In New Wine Wednesday

By Alyssa Bormes

Peaceful Gaze by Paul Csogi via Unsplash.

Peaceful Gaze by Paul Csogi via Unsplash.

 

Every now and then, you stumble across something you wrote years ago. This is just such a piece, and it now seems like now is the time to share it with you. It’s about a call that did not come, but it could really be about any disappointment that becomes a gift through God’s grace.

 

Your Gaze

 

There was only ever a very far off glimmer of hope, but safer, somehow, because it was in the distance. My desire was so strong, but the possibility was so weak. But then the two met, and, in order to sustain myself through the meeting, I came to a point of nothingness, not the nothingness of rejection, but the nothingness of expectation. 

But there you stood, and I felt comfortable in your gaze. 

Throughout the evening, my heart pounded, butterflies inhabited my stomach, and what remained the same was that I felt comfortable in your gaze.

But a week has passed, and you have not called. My heart aches; tears have come.         

And so, I am in the familiar position of taking away a lesson and seeking a way to thank God – even for this ache.

But, beautifully, there is one thing; through the wound is the certain knowledge that for an evening – I felt comfortable in your gaze.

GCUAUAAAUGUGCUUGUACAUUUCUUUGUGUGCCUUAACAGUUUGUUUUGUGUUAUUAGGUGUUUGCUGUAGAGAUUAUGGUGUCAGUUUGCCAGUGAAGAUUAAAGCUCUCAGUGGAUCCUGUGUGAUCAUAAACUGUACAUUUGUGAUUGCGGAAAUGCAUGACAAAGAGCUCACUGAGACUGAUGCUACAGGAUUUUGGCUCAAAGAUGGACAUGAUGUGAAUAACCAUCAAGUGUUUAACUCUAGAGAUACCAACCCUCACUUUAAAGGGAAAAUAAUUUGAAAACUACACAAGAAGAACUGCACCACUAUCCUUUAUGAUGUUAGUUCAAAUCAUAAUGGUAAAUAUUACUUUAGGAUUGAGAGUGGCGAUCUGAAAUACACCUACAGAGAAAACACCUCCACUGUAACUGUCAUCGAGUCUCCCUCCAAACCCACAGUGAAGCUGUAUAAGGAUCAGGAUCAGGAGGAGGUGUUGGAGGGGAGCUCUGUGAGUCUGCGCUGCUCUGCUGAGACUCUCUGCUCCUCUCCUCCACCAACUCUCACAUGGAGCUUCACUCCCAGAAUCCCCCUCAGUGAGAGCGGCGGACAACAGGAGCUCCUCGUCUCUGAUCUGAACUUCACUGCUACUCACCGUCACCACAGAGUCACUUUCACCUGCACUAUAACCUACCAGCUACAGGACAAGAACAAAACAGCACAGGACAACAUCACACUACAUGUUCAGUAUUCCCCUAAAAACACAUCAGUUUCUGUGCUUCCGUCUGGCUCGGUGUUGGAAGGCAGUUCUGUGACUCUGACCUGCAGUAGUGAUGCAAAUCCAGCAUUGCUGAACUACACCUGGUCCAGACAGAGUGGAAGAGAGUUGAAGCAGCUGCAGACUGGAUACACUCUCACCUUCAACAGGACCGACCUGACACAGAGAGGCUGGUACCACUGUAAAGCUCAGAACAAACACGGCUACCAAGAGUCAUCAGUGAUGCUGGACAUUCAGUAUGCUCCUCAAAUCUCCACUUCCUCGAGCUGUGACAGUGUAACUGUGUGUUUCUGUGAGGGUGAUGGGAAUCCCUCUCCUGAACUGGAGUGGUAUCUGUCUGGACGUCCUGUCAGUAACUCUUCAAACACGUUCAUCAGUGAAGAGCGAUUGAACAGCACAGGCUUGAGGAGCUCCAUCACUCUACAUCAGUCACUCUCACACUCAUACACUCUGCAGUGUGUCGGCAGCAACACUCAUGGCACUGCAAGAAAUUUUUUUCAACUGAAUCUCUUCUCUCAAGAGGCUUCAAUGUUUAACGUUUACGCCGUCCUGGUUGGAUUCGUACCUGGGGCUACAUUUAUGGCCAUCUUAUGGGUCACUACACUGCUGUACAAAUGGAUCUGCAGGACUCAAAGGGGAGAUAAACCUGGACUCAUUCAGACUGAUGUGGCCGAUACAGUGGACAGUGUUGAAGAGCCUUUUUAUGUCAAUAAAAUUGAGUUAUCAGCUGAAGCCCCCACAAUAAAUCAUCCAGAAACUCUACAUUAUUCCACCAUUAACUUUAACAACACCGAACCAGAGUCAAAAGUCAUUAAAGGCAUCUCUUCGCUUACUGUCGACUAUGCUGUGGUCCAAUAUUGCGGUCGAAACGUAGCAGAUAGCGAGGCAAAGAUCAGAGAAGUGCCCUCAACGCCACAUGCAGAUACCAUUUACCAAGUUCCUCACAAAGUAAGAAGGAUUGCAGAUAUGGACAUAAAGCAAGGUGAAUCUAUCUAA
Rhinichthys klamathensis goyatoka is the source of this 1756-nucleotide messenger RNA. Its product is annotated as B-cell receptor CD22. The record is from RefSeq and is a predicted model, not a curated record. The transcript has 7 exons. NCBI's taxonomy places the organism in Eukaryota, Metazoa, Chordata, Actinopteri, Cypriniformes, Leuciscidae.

How odd to honestly be able to say there has never been anything quite like it, and for that singular opportunity, for that moment of rare air, to have felt comfortable in your gaze was a gift so exquisite that I do not hesitate in thanking my Maker for just such a moment.

But now I am acutely aware of the pain. It may only be later that I will bask in the warmth of such a memory, but, in this moment, the wound is fresh, and my tears splash, and joy seems a bit distant, and aloneness seems oppressive, and perhaps my reaction is too much, but your gaze was rather extraordinary.

But now I speak in self-pity. I know there will be an endpoint. And I will take stock in the rather amazing life I have led; the wounds allow for love. And I will attempt to put a bit of your gaze into my gaze. Thank you so very kindly for such a gift. May I be a humble and gracious recipient, and may I share your gift until my eyes close for the last time.

About the Author:

Alyssa Bormes is an educator, author, speaker, and retreat leader. She currently teaches at the Chesterton Academy in Edina, Minnesota, writes for the Catholic Spirit, and the W.I.N.E blog, is the host of a alyssa-bormesweekly show, “Christian Witnesses in the Church,” on Radio Maria US, and is the author of The Catechism of Hockey. You can find her at alyssabormes.com.

 

Showing 4 comments
  • Betty Behrens
    Reply

    Hard way to learn from an experience – blessing that you did learn. Thank you for sharing.

  • Deborah Kendrick
    Reply

    Piercingly beautiful, brilliant sweet sorrow. Surely no one escapes this life without such a wound. How sad for them if they do. Thank you, Alyssa, for touching us in the memory of our broken hearts.

  • Emily Cavins
    Reply

    What a wonderful reflection, but Alyssa! Now everyone wants to know who gazed at you! I have never heard anyone turn such a disappointment into a gift. I hope I can do the same with the disappointments that come my way.

  • Elizabeth Dohogne
    Reply

    Thank you, Alyssa!!!

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